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From The Land Of The Pure To The Land Of Plenty: A Doctor’s Story – I

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Even though I was born and raised in Karachi until my graduation from Dow Medical College (DMC) in 1990, most of my working life later was spent in the US. In fact, those years in a developed country have completely transformed me. Not only did I become a better doctor, I even became mature in other areas, like driving a car – as I was driving on roads that were maintained; and drivers on these roads actually followed simple rules, like driving between the lanes! An encounter with a US friend is vivid in my memory, who I had promised to meet at a certain time in the evening, but never showed up; and when that friend told me straight that I had insulted him by this gesture, I realized how important was the value of time in life.

During medical school years in DMC, we had not much exposure to patient care, unless a student took the initiative on their own.

And following medical school, I had only a six-month training stint in pediatrics and dermatology as a house-officer in Civil Hospital Karachi (CHK) before I proceeded to the US. My hospital experience in CHK was limited, but I recollect substandard and disorganized medical care for the patients. Mostly the young trainees were left on their own, without much supervision by their seniors who were supposedly competent medical staff! Medical record documentation was scanty, history taking was superficial, and medical decision making was not based on the entire history and data of the patient. Consultant physician rounds were occasional, and instead of discussing what really was going on with a patient on the bedside, our discussion was centered around the information memorized straight from the dry textbooks of medicine.

Many of us would be openly demonstrating our memorized knowledge to each other, while some of us could even rattle off the page number of a textbook from where the information was spontaneously regurgitated.

We were not much aware of the standardized care of illnesses suffered by our patients, besides having no fear of accountability, totally ignorant of the fact that a bad patient outcome can potentially result in an investigation and punishment. If medical mismanagement occurred, nobody noticed it, and if someone had more depth of understanding, that was ignored.

In the pediatric ward, where I spent three months, many newborns were subjected to multiple attempts from us rookies on their scalps to place an IV infusion, leaving large hematomas on their head, while their parents who had come from far-flung areas in rural Sindh watched helplessly.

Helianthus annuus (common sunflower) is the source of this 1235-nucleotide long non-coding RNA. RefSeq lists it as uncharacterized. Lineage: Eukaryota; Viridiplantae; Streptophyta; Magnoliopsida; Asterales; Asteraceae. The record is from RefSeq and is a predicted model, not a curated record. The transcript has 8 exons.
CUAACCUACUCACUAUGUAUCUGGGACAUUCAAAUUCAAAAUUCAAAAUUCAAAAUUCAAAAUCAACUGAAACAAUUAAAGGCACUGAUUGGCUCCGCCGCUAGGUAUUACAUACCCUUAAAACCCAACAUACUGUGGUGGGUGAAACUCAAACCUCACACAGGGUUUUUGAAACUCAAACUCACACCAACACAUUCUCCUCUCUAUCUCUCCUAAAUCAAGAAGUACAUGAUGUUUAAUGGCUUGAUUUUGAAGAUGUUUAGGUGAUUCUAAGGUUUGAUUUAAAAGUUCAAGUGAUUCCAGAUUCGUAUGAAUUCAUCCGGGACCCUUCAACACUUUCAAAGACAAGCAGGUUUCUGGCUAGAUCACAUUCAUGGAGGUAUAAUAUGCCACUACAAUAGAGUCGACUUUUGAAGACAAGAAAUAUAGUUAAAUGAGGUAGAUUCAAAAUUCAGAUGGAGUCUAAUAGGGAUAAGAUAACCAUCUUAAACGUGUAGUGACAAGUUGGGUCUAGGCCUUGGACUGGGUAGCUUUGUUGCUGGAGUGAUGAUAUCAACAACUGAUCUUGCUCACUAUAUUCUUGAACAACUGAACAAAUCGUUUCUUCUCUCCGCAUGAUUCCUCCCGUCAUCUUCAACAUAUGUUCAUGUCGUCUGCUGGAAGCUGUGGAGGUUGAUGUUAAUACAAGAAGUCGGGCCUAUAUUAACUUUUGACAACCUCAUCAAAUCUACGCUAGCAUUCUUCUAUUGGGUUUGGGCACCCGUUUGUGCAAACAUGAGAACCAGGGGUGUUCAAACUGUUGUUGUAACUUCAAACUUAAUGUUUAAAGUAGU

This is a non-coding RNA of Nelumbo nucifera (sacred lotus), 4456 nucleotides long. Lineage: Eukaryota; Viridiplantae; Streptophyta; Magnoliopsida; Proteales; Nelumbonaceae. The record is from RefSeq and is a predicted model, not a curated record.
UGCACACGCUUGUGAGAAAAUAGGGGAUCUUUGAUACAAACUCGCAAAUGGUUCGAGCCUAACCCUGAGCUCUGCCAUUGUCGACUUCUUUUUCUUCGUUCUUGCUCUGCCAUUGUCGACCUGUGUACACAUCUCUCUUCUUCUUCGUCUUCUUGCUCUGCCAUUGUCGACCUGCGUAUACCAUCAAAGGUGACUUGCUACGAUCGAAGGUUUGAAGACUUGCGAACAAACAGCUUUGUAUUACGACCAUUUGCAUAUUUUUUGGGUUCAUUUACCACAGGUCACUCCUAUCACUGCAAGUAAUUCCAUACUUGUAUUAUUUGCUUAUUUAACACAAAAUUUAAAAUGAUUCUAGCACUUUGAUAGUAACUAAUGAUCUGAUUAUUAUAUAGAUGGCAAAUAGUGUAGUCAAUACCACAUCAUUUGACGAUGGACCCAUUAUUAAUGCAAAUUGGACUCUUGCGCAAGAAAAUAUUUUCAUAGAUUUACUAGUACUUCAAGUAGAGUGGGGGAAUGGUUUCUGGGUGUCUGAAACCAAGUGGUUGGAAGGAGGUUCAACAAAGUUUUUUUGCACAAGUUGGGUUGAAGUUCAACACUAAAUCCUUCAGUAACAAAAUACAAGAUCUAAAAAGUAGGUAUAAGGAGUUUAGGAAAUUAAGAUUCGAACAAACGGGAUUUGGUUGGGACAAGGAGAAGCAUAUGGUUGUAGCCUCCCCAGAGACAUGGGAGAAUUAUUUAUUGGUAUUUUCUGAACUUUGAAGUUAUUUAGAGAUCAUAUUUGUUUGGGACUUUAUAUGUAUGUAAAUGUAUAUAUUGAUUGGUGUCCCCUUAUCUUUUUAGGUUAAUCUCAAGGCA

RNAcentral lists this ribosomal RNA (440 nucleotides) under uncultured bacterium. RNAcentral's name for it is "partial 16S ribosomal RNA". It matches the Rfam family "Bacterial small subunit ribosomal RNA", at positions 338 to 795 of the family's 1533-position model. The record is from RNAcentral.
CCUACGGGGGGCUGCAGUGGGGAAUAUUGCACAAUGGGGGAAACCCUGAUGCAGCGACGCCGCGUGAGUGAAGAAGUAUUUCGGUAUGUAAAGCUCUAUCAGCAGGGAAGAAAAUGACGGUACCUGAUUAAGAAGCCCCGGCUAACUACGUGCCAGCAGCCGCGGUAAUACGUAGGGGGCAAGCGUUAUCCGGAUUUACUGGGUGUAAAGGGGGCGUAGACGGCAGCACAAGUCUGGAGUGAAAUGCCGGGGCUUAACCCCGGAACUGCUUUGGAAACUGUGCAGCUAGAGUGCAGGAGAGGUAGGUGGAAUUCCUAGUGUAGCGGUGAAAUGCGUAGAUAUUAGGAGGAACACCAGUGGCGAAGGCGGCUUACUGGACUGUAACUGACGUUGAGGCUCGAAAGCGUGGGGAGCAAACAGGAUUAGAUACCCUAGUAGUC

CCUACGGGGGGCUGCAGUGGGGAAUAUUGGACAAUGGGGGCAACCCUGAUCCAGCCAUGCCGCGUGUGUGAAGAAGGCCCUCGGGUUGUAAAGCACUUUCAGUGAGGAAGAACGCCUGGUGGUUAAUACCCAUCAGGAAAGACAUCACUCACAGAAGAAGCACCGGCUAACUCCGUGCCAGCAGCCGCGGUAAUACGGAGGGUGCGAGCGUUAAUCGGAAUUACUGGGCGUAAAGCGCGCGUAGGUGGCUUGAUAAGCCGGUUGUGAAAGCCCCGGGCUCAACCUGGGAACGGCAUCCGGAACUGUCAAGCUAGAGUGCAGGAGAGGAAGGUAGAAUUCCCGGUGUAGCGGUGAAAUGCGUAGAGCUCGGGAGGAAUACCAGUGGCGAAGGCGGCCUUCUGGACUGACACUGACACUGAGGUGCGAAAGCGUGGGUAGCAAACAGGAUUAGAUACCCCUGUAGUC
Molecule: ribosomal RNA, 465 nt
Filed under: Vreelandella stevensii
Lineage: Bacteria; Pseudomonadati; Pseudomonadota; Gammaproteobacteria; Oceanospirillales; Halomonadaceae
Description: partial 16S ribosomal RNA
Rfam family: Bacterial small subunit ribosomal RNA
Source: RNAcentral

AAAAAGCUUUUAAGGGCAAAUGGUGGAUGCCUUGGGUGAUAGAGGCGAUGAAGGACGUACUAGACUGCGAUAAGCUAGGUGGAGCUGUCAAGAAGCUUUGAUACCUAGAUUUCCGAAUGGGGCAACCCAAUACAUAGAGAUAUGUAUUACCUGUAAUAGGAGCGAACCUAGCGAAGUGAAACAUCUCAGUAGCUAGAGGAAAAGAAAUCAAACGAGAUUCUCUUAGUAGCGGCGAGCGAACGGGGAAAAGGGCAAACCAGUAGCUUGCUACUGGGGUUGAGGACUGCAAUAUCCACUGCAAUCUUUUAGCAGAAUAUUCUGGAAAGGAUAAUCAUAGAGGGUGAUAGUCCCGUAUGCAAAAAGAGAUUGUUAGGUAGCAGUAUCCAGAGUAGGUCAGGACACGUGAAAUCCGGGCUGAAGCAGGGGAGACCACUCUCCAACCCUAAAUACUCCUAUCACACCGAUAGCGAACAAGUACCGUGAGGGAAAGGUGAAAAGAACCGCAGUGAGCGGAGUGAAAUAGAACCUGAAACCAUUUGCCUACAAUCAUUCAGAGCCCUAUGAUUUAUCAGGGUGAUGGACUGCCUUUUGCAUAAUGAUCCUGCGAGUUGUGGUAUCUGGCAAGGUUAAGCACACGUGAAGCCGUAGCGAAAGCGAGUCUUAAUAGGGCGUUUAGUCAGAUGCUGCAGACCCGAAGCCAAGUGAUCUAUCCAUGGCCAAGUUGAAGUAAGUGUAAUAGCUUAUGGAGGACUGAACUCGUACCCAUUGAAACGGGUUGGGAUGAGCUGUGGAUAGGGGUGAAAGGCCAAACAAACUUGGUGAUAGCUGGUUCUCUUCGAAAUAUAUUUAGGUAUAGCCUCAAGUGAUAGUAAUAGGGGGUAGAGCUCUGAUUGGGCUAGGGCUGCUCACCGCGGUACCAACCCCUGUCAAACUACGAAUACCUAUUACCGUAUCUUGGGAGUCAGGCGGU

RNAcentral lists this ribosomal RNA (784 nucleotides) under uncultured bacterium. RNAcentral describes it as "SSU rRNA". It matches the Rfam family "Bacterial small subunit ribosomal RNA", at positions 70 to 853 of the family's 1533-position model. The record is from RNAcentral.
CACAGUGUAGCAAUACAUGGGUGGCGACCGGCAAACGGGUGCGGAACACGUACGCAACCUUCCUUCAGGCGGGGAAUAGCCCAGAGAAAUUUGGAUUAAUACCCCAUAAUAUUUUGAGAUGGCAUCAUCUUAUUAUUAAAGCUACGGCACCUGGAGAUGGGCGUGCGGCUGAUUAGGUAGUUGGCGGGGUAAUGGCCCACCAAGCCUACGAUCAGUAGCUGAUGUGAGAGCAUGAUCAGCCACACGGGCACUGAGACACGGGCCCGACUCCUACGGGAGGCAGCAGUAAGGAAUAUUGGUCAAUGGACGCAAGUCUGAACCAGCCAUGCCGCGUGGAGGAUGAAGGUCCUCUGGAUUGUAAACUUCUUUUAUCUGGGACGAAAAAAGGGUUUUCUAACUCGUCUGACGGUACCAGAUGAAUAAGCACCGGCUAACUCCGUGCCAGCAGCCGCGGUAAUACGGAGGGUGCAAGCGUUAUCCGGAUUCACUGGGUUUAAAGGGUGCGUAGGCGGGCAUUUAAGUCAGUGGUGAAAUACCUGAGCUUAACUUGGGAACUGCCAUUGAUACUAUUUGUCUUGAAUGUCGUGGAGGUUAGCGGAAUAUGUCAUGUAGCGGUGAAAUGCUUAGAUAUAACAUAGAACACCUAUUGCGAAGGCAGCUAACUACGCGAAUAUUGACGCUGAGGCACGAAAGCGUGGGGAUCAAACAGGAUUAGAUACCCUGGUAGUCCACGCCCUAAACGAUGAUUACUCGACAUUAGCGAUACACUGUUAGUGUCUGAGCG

A typical pungent odour of hospital waste was easily discernible in CHK hospital wards and the facility which was spread over several acres had hospital waste and garbage scattered throughout. Patients’ relatives would camp outside the hospital on the floor, painting a desolate picture. Adding to the misery was the sultry, humid, Karachi weather. Last but not least, my pay-cheque was just enough to pay for the food consumed in the hospital and my motorcycle’s monthly gas bill.

It was really a fluke that I found a training position in internal medicine in New York City’s modern hospital, Beth Israel Medical Center (BIMC), in 1991, and that too six months early, in the mid-cycle of training, from January. I had just strolled in BIMC in the fall of 1990 in my attempts to find someone in the hospital who could guide me about how to apply for a residency position. I landed in the Chief Resident’s office, who after a few minutes of conversation asked me to join him for rounds. I spent a couple of weeks doing rounds with his team and amazingly enough, the internal medicine residency coordinator came to me with a contract and asked me to join the residency as they were short of a medical intern. During these two weeks, I had asked my attending physician to give me a letter of recommendation, who wrote; “Dr. Nadir is an energetic and motivated physician with good fund of knowledge, who demonstrated that he has the ability to overcome obstacles he will face during residency training.” Even with this reservation, my employer gave me a training spot, but the one who recommended me was honest and correct on his opinion. As my start date drew near, I was excited: literally walking on water, not realizing what I was entering into or what was really expected of me as a budding physician. DMC had not really prepared me for this ordeal!